Do I need to go AMP after all?

 In Archives, Mobile

By Ryan Pitcheralle

amp_295x175The Internet used across the world is most decidedly mobile; accounting for more than half of all recorded sessions. Still, most websites are not yet mobile friendly.

Most websites owners are under the belief that as long as their sites look good on mobile device screens, they are considered friendly to mobile users. Though, the friendliness they assume is heavily related to load speed instead of the “looks”. Most of what makes the site render well on mobile devices is actually leading to the extended load times due to the dependency on JavaScript and large image files.

Recent studies performed by Kissmetrics have noted that these load times are very pervasive to the bottom line. It has been commonly reported that a, “1 second delay in page response time could result in as much as 7% reduction in overall conversions”. Imagine running an e-commerce based site that typically earns $100,000 each day – a 1 second lag could cost as much as $2.5 million in lost sales a year. This means mobile is now a game of seconds.

Making matters worse, it’s known that most Smartphones have significantly less powerful hardware when compared to that of the desktop machines and laptop devices. In response to these technical limitations, Google wants to be sure that when they refer users to mobile sites, those destinations meet the expectations of users well.

Google’s solution for these limitations is known as AMP – short for Accelerated Mobile Pages.

AMP means a few important things:

  • It is a restriction on the slower bits of web technologies, with a focus on delimiting the heavy use of JavaScript, parts of HTML and thinning out of CSS files.
  • It adds custom <amp> tags to fill in lost functionality from restricting the above
  • Ads will still be supported, but there is now a list of supported ad formats and networks
  • Google provides the benefits of using a CDN through similarly caching AMP pages in order for the server to serve them up in quick order.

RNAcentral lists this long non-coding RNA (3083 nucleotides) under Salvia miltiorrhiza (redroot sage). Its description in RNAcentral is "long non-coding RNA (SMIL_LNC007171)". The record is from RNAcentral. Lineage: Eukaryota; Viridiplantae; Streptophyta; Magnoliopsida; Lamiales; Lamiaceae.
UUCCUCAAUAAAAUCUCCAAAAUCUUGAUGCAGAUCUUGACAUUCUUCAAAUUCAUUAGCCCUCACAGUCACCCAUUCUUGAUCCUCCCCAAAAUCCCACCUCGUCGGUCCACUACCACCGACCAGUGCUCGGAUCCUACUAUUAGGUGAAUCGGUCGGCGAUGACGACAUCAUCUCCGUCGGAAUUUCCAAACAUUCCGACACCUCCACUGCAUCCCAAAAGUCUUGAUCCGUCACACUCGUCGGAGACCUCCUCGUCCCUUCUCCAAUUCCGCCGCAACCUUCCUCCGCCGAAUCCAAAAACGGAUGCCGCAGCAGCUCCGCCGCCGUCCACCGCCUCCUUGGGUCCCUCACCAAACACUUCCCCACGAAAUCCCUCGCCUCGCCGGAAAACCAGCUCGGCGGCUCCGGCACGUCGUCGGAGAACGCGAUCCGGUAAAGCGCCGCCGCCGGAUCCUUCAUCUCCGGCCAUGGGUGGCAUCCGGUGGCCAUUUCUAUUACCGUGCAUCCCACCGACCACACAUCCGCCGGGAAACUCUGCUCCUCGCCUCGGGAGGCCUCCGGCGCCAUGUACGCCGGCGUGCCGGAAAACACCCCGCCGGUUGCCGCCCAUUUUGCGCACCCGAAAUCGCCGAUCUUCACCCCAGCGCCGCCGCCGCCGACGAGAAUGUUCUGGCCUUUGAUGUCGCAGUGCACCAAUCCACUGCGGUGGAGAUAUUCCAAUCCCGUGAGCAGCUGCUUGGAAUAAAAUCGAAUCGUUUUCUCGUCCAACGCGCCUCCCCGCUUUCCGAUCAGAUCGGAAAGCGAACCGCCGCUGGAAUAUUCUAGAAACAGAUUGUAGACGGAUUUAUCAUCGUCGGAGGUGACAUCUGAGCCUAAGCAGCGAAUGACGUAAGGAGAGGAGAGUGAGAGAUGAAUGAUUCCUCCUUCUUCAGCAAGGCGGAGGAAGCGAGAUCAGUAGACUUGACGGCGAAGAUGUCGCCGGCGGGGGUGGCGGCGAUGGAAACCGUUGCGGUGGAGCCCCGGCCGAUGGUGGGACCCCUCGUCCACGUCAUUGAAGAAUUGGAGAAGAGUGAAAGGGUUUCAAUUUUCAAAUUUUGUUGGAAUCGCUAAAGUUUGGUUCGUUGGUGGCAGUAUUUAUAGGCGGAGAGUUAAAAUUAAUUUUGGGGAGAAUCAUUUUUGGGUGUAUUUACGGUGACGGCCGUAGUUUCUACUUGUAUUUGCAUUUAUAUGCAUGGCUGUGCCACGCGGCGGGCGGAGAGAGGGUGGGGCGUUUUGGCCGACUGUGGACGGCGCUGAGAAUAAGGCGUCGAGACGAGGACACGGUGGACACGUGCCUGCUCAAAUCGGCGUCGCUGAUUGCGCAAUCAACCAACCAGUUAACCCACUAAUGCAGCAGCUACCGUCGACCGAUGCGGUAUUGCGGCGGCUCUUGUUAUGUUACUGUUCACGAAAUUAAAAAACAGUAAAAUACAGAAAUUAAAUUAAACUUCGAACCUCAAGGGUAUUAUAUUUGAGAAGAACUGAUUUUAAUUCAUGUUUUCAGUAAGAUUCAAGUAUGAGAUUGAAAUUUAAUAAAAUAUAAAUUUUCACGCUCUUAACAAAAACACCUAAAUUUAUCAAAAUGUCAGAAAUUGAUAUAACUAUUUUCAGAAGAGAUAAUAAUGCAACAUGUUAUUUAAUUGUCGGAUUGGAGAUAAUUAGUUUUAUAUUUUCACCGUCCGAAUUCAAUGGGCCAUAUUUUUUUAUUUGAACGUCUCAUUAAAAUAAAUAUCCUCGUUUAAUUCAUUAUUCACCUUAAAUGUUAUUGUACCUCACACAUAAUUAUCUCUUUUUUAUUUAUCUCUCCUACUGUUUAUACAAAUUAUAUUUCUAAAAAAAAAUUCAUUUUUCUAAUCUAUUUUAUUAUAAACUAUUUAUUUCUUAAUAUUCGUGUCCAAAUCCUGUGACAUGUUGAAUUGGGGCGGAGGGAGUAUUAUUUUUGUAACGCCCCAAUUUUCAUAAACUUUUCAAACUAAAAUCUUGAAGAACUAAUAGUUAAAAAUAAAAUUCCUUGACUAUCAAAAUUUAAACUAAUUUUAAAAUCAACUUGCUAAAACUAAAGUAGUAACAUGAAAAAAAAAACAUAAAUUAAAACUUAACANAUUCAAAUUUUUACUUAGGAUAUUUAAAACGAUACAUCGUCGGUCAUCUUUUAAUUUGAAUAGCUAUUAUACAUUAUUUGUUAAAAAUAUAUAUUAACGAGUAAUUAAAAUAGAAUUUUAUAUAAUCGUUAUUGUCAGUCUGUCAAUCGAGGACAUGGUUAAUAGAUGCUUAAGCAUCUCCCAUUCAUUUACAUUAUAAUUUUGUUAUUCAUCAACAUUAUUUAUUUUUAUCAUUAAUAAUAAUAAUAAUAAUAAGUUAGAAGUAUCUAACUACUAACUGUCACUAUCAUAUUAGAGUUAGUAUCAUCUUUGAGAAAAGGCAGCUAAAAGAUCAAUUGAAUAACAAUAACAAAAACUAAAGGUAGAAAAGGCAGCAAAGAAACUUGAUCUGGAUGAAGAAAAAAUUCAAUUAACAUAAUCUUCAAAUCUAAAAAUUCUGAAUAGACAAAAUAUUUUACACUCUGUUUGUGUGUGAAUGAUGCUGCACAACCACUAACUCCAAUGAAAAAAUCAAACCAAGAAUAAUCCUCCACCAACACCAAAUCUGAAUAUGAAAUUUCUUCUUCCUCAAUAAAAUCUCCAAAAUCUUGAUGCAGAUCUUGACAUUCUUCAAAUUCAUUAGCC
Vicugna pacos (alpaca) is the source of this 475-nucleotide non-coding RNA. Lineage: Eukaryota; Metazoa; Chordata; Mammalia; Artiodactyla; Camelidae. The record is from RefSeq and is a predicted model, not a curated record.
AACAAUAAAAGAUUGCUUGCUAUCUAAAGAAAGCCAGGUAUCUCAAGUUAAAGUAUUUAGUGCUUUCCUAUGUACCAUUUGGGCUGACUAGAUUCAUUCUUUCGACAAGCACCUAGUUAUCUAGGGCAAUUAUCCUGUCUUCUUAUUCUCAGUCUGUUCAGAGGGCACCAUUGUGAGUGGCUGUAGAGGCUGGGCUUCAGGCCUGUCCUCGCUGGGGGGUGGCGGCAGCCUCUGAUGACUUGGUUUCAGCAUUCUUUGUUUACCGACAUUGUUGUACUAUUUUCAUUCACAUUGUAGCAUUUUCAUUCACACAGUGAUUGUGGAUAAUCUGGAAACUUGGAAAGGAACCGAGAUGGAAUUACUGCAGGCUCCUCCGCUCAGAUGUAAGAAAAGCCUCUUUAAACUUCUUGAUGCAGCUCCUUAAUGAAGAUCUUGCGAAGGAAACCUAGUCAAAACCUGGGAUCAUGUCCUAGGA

With that said, some of what Google is trying to accomplish is similar to the efforts already known to reduce heavy file sizes and done right, these actions would relieve the need to move into the AMP standard.

So how can we tell if our sites really do need to go AMP after all?

Ask yourself the following questions in order to determine if AMP is right for your sites today:

  • Do you have more “non-article” type pages then “article” type pages?
  • Do you have a reliance on third-party tools used for audience tracking?
  • Are you using a non-supported ad network? (link to supported list above)

Answering, “yes”, to any of the above means you may be better suited to improving load speeds on your own, within your own familiar site infrastructures.

Further considerations for skirting the new Google standard consist of the following:

You are using a CDN. Short for Content Delivery network, these networks of servers host site image and content files for when you audience requests them. Then, they are served out from servers closest to the location that the search takes place. CDNs use smart caching of files and built in compression features to speed up loads times by nearly 50%.

You’ve made reductions in the code for the mobile version of the site. AMP minimizes page load times by disabling most plugins and other JavaScript-reliant assets in order to limit code that the website needs to be downloaded by the browser before it’s viewable. Most CMSs, especially those on open source tech like WordPress, allow commands that disable functions if its senses the user making request is using a mobile device. This means you don’t need AMP to disable the unfriendly JavaScript and plug-ins.

You only require a single CSS reference. CSS files power the styles sheets of a site and overall could be considered relatively small by web standards, but typically sites have way too many of them. This leads to slow loads times since the user’s devices makes server requests for each and every CSS file. These many server requests actually lead to the slower content load times. The ideal approach is to roll-up multiple style sheets into one CSS file to rule them all.

If you have now, or are working towards, the above points, then you are already on your way to effectively reducing the size of your code base in order to make your mobile pages fast enough to refute the need to move into the Google AMP standard. Effectively, you would have developed a light and nimble site infrastructure that Google is looking for when determining how friendly your site really is in relation to the expectations of mobile users.